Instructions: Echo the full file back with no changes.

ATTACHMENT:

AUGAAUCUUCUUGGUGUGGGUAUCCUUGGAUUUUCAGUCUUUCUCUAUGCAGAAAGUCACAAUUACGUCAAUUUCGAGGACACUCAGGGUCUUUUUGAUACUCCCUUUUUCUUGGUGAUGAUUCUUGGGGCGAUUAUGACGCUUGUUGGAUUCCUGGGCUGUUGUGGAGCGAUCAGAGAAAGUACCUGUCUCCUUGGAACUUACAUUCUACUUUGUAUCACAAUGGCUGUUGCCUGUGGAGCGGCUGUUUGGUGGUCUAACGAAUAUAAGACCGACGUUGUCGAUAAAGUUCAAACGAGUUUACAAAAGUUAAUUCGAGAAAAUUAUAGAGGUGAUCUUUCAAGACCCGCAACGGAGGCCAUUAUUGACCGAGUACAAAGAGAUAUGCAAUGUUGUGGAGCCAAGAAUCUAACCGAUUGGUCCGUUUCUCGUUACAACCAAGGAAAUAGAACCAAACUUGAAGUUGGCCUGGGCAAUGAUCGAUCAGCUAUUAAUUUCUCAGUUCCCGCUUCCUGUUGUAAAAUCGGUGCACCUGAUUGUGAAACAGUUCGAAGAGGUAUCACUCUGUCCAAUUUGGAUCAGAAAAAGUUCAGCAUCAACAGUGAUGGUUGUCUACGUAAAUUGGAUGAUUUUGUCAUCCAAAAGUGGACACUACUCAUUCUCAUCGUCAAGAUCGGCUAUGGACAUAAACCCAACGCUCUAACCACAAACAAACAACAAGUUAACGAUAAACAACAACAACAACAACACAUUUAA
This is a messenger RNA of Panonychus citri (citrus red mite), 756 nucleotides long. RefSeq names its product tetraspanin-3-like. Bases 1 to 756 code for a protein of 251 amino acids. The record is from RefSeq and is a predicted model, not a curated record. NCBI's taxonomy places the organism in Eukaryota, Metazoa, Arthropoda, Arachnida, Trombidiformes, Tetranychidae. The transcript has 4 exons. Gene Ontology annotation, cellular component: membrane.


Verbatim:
AUGAAUCUUCUUGGUGUGGGUAUCCUUGGAUUUUCAGUCUUUCUCUAUGCAGAAAGUCACAAUUACGUCAAUUUCGAGGACACUCAGGGUCUUUUUGAUACUCCCUUUUUCUUGGUGAUGAUUCUUGGGGCGAUUAUGACGCUUGUUGGAUUCCUGGGCUGUUGUGGAGCGAUCAGAGAAAGUACCUGUCUCCUUGGAACUUACAUUCUACUUUGUAUCACAAUGGCUGUUGCCUGUGGAGCGGCUGUUUGGUGGUCUAACGAAUAUAAGACCGACGUUGUCGAUAAAGUUCAAACGAGUUUACAAAAGUUAAUUCGAGAAAAUUAUAGAGGUGAUCUUUCAAGACCCGCAACGGAGGCCAUUAUUGACCGAGUACAAAGAGAUAUGCAAUGUUGUGGAGCCAAGAAUCUAACCGAUUGGUCCGUUUCUCGUUACAACCAAGGAAAUAGAACCAAACUUGAAGUUGGCCUGGGCAAUGAUCGAUCAGCUAUUAAUUUCUCAGUUCCCGCUUCCUGUUGUAAAAUCGGUGCACCUGAUUGUGAAACAGUUCGAAGAGGUAUCACUCUGUCCAAUUUGGAUCAGAAAAAGUUCAGCAUCAACAGUGAUGGUUGUCUACGUAAAUUGGAUGAUUUUGUCAUCCAAAAGUGGACACUACUCAUUCUCAUCGUCAAGAUCGGCUAUGGACAUAAACCCAACGCUCUAACCACAAACAAACAACAAGUUAACGAUAAACAACAACAACAACAACACAUUUAA
This is a messenger RNA of Panonychus citri (citrus red mite), 756 nucleotides long. RefSeq names its product tetraspanin-3-like. Bases 1 to 756 code for a protein of 251 amino acids. The record is from RefSeq and is a predicted model, not a curated record. NCBI's taxonomy places the organism in Eukaryota, Metazoa, Arthropoda, Arachnida, Trombidiformes, Tetranychidae. The transcript has 4 exons. Gene Ontology annotation, cellular component: membrane.